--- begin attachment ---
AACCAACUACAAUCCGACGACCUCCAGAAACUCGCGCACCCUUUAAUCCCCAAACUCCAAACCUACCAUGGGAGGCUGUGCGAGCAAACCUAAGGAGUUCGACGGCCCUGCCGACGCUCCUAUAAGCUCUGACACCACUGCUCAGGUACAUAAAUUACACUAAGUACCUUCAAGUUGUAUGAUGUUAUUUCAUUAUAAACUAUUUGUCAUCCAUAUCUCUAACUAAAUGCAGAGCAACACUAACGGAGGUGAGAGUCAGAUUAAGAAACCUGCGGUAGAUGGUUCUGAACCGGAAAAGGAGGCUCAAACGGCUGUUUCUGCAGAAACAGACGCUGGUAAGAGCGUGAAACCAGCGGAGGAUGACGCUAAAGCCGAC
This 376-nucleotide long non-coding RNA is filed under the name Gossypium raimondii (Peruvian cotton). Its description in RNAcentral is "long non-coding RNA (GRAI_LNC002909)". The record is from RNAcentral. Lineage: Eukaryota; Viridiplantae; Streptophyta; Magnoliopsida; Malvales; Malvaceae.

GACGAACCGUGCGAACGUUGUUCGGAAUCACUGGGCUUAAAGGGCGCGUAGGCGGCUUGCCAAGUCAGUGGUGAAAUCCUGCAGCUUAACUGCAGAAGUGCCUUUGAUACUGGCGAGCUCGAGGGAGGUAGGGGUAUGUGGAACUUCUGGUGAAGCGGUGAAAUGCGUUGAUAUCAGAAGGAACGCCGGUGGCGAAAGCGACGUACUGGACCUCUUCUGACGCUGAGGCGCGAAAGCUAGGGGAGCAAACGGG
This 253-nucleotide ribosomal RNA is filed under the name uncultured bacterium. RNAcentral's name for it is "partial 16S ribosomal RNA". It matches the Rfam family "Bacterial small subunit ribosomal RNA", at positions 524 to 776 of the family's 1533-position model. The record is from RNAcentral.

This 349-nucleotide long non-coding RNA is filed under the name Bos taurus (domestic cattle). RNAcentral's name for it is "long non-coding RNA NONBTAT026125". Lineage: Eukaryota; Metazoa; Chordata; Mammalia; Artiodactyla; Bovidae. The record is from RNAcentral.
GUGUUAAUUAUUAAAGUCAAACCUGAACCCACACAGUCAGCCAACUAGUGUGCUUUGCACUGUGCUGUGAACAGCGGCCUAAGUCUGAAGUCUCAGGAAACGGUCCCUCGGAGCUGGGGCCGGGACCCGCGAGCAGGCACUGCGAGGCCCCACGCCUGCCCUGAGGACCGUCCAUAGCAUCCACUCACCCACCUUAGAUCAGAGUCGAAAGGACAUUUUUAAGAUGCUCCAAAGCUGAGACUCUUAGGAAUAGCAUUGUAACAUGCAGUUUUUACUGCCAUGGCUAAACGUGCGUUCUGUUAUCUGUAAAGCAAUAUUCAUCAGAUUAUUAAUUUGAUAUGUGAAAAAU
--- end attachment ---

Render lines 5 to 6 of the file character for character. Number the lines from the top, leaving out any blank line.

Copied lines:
This 349-nucleotide long non-coding RNA is filed under the name Bos taurus (domestic cattle). RNAcentral's name for it is "long non-coding RNA NONBTAT026125". Lineage: Eukaryota; Metazoa; Chordata; Mammalia; Artiodactyla; Bovidae. The record is from RNAcentral.
GUGUUAAUUAUUAAAGUCAAACCUGAACCCACACAGUCAGCCAACUAGUGUGCUUUGCACUGUGCUGUGAACAGCGGCCUAAGUCUGAAGUCUCAGGAAACGGUCCCUCGGAGCUGGGGCCGGGACCCGCGAGCAGGCACUGCGAGGCCCCACGCCUGCCCUGAGGACCGUCCAUAGCAUCCACUCACCCACCUUAGAUCAGAGUCGAAAGGACAUUUUUAAGAUGCUCCAAAGCUGAGACUCUUAGGAAUAGCAUUGUAACAUGCAGUUUUUACUGCCAUGGCUAAACGUGCGUUCUGUUAUCUGUAAAGCAAUAUUCAUCAGAUUAUUAAUUUGAUAUGUGAAAAAU